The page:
Today’s important task was to finalise the wording for the plaque on Dad’s half of the headstone he shares with Mum, so that we could order it and have it done.
Most of the inscription was easy enough – name, dates of birth and death, and “loving husband of Anne”.
The challenge for my brother, sisters and myself was which bible verse to include. We knew Dad’s favourite passage was Romans 8, but that was way too long, and far too complex, to include or even simplify. We’re limited to 10-12 words, so it needed to be short but still meaningful, and reflect Dad’s faith as his final message.
There were some really good suggestions made.
This morning I texted my siblings a list of the “top eight” for their consideration and vote.
As it turned out, the decision almost made itself when my sister asked, “Why don’t we just continue the verse that’s on Mum’s?”
The simplicity and beauty of that idea took my breath. Mum’s side of the plaque has the first line of Isaiah 40:31 “They that hope in the Lord shall renew their strength”.
It was the verse that Dad chose for Mum’s inscription, so we knew Dad would have approved. It was a way of embracing their unity, too. They shared 58 years of marriage, they shared five different homes in that time, and they shared four amazing and super-talented children. Now, their earthly remains share a final resting place while their souls share eternity in heaven. Sharing such a beautiful Scripture on their headstone seemed to be a lovely reflection of their shared faith.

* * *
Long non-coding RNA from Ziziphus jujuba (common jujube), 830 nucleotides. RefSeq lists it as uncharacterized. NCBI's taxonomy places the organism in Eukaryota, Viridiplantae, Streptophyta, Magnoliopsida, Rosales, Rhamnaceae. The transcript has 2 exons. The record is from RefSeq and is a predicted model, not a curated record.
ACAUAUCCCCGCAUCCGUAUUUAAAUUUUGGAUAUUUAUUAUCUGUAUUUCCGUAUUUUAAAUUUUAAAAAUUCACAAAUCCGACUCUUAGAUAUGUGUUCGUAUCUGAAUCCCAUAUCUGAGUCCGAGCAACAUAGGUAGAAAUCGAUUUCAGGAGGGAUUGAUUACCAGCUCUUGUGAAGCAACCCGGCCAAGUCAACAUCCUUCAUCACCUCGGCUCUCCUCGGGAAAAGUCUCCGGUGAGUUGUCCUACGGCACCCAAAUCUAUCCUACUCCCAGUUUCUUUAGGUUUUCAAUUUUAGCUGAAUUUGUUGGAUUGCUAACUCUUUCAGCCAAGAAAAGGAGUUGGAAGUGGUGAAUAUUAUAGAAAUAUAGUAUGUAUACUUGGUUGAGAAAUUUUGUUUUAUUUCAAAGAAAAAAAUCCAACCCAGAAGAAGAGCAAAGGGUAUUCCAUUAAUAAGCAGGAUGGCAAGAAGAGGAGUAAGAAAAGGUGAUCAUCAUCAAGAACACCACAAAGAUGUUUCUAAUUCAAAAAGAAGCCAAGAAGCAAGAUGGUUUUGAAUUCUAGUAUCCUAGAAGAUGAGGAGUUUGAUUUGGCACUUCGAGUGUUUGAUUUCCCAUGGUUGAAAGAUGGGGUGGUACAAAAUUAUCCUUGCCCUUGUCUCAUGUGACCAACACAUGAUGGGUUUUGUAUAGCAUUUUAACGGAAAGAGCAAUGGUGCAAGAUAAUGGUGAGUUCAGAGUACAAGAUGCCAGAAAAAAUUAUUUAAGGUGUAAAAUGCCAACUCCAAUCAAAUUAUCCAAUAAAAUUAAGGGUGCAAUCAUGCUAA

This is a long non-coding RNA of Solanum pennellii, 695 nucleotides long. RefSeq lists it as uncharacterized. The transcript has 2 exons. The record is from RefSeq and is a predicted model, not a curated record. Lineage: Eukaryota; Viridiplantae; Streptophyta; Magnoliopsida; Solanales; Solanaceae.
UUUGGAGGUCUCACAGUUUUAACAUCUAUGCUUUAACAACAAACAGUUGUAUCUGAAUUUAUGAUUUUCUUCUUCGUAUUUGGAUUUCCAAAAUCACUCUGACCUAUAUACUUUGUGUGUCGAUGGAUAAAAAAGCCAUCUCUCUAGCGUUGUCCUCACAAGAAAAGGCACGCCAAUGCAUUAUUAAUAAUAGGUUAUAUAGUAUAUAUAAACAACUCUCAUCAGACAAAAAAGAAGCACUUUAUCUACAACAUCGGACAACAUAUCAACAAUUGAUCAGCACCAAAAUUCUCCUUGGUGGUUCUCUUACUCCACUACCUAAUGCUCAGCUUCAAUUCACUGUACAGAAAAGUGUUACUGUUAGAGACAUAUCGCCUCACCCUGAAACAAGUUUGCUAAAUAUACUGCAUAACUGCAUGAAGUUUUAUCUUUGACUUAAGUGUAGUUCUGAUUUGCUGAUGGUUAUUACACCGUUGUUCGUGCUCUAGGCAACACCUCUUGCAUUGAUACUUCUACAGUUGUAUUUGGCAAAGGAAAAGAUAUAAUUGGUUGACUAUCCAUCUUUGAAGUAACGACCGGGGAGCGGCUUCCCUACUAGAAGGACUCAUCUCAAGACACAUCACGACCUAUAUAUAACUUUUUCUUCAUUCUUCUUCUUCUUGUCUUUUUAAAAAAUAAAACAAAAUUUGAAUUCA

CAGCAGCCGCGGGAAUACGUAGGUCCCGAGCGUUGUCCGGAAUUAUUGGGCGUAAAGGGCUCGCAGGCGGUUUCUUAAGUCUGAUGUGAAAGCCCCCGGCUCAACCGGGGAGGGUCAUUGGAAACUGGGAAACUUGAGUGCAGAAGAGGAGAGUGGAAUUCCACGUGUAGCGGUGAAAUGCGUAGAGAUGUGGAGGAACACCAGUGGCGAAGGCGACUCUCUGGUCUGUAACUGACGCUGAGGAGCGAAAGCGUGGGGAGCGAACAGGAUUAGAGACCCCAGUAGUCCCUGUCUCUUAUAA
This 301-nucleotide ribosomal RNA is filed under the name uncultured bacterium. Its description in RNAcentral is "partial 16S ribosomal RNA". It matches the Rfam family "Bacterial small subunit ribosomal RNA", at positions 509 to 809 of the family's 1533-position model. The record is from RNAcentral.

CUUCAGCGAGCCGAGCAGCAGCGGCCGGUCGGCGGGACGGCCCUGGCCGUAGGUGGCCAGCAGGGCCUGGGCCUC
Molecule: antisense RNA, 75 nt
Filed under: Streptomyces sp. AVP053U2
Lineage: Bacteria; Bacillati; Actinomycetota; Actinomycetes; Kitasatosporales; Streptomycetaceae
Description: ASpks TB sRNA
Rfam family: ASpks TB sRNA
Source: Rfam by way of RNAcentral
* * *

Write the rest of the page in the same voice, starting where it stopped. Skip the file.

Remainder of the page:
Still, it was another reminder that Dad is gone, another challenge to meet head on, and another emotional hurdle to overleap.
Feeling the weight of the moment, I went for a drive to one of my favourite thinking places: on top of Mt Leura, overlooking Camperdown and the volcanic plains and lakes of the area, where I have sat and thought, or taken photos, or walked, or written, or listened, or prayed, or rested, or had dinner before a theatre company rehearsal, at least a hundred times.
I typed up the text of the inscription for Dad’s plaque, ready for ordering. I knew the words, and I am pro at typing, but still, that was hard.
“Maybe I shouldn’t be on my own right now,” I whispered to nobody but me.
I got out of the car, and walked the short distance up to the top of the lookout.
And then, for the first time ever in all the times I have been there, a wedge-tailed eagle flew overhead, soaring in the sky above me.
It was there, and then it was gone. I was so caught up in the moment that I didn’t even manage to get my phone out of my pocket in time. I so wish I had, though.
I’m not the biggest believer in coincidences. In that moment, I accepted it as a sign: a reminder that although I was by myself, I wasn’t actually alone at that point in time.
Hm. I think there’s a poem in that.
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